How He Assesses Alternative Interventions
McKenzie has a structure for how he approaches the dozens of interventions he assesses in the book. The structure is:
- What is it?
- Does it work?
- Is it safe?
Much of the information under “what is it?” was completely new to me. It taught me, once again, not to assume that because something is called “traditional” or “natural” that it necessarily is, or if so, that that is a good thing.
The “does it work?” section is often extensive. If there were easy answers here, the intervention would probably be part of evidence-based medicine already. On the other hand, McKenzie is quite clear when there is enough evidence to say, “No, it doesn’t work.” An important part of many “does it work?” sections is “is it plausible?”. He discusses the likelihood that this particular intervention could work according to the science we know, including whether the ideas at the base of it violate the scientific evidence we have.
He doesn’t dismiss interventions as often as you might expect. One surprising thing to me about the book is how open Dr. McKenzie is to the possibility of new findings related to alternative therapies. This guy is fair. He’s not some glib “debunker.” And his discussions are thorough. If there is even a chance that a therapy might be beneficial, he includes that in his writeup.
After reading Placebos for Pets, any leftover warm fuzzies I had for “old” or “traditional” medicine are out the door. The magic is gone.
These ancient medical traditions (the ones that actually are ancient) were created by people who
- had no idea of the causes of most diseases and conditions; and
- didn’t know the functions of the organs in our bodies. They often didn’t even know basic physiology.
And as I’ll mention below in the acupuncture section, lots of supposedly traditional practices aren’t even that old.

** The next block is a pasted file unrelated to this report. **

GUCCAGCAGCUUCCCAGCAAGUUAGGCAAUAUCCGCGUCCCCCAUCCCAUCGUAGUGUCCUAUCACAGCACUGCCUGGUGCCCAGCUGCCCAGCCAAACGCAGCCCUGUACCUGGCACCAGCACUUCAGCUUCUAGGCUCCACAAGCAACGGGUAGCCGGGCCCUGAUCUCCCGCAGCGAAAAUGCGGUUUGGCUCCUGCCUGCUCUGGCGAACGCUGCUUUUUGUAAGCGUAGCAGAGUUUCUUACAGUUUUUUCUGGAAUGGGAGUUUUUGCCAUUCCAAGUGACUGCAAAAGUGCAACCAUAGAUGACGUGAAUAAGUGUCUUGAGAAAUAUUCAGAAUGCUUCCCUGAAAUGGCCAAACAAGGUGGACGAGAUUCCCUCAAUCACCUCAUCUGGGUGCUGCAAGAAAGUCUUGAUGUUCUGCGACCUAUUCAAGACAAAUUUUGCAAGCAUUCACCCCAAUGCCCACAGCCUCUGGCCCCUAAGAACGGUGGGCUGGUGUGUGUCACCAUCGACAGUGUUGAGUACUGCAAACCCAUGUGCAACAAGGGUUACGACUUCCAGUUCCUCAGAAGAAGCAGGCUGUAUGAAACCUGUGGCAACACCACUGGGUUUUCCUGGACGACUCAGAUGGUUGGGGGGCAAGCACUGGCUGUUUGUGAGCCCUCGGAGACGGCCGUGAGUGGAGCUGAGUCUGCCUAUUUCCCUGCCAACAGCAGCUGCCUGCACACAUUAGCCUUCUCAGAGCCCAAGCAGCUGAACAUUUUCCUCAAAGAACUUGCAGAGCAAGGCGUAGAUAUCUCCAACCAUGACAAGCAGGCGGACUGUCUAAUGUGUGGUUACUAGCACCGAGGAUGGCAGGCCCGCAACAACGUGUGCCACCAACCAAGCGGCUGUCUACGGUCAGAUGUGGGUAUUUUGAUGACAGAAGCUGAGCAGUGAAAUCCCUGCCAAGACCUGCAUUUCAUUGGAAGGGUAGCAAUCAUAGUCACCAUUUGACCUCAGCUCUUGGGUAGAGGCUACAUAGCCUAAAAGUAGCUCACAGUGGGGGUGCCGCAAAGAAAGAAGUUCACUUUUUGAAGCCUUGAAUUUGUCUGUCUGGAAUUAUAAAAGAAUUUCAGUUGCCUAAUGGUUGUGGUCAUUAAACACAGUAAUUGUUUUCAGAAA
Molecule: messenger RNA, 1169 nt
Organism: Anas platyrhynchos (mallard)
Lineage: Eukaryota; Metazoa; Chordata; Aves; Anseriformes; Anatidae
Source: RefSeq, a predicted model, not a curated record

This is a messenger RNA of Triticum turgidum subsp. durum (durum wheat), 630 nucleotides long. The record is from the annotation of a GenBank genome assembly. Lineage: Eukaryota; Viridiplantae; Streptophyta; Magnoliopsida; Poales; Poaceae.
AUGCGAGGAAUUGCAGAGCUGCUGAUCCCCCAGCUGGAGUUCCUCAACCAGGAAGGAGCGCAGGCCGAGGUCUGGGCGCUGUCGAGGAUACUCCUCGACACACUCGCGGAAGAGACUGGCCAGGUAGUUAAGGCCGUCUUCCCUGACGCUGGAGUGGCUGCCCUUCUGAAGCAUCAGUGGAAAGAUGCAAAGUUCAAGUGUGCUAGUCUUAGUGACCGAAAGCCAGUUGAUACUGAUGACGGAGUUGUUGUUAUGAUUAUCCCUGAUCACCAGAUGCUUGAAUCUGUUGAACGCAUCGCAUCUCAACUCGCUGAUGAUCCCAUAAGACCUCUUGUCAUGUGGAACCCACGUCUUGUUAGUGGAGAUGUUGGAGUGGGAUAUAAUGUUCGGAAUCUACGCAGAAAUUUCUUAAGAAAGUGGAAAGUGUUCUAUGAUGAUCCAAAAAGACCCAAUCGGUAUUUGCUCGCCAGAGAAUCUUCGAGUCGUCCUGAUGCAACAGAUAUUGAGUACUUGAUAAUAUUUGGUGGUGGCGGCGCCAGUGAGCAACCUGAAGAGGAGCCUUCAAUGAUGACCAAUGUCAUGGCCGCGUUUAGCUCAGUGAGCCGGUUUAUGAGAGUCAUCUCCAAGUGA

Side Effects Are Good
Right out of the starting gate, Dr. McKenzie blows the mind of anyone who is seeking effective completely but-risk free treatments for their animal. He writes the following.
…nothing that actually does anything at all is going to be completely safe. The body of a living organism is an amazingly intricate system, with every part of the system interacting with other parts in a beautiful, bewildering complexity. The idea that we could tinker with one part of such a system and have only the effect we desire without setting off any unintended consequences in other parts is naive and unrealistic.Placebos for Pets?—Brennen McKenzie, VMD, MSc
Boom. He summarizes this sentiment as McKenzie’s law. It goes like this:
If it has no side effects, it isn’t doing anything.Placebos for Pets?—Brennen McKenzie, VMD, MSc
The irony here is that in my opinion, this is a far more holistic statement than I’ve ever heard from those recommending alternative approaches. The word “holistic” has been commandeered by providers of alternative treatments, but it describes competently practiced evidence-based medicine very well. The idea that you can take a substance and it will affect one part of the body and only that one part (in an ideal way) is not very holistic at all.
But his statement is going to upset a lot of people. It threatens a fervent wish we have for medicine, both veterinary and human. We want something that cures the cancer, or makes the pain go away, or improves joint mobility again—all without having any other effects on the organism.
Veterinary Medicine is Under-Studied
I was not aware of how few veterinary studies exist compared to human medical studies, although I should have guessed it. It affects the profession in interesting ways. (I can see the vets rolling their eyes in response to that. Yeah, interesting…) It means that it is very common to have studies with few animals, and studies that are not replicated, and studies that are not controlled. It means that vets sometimes have to extrapolate from human studies. It also explains why it is rational and practical for veterinarians to consider alternative medicine. I hope this book is as helpful to the veterinary profession as it can be for pet owners.
With a book that covers such a wide variety of interventions in such a comprehensive way, there is just no way to do it all justice in a review. As a sample of the thinking and information in the book, I am going to cover a small part of the chapter on acupuncture.
The chapter had several surprises. First, that although needling has been done in Chinese medicine for a few centuries, it is not as old as many practitioners believe. Also, Chairman Mao Zedong created “Traditional Chinese Medicine” as an entity for political purposes in the 1950s. That is not to say that there aren’t some ancient practices, but unifying some of them (along with other more recent practices and theories) into a system is quite recent.
…Mao’s intent in creating the TCM narrative was to suggest a time-honored and coherent set of theories and treatments because that generates greater confidence in patients and doctors.Placebos for Pets?—Brennen McKenzie, VMD, MSc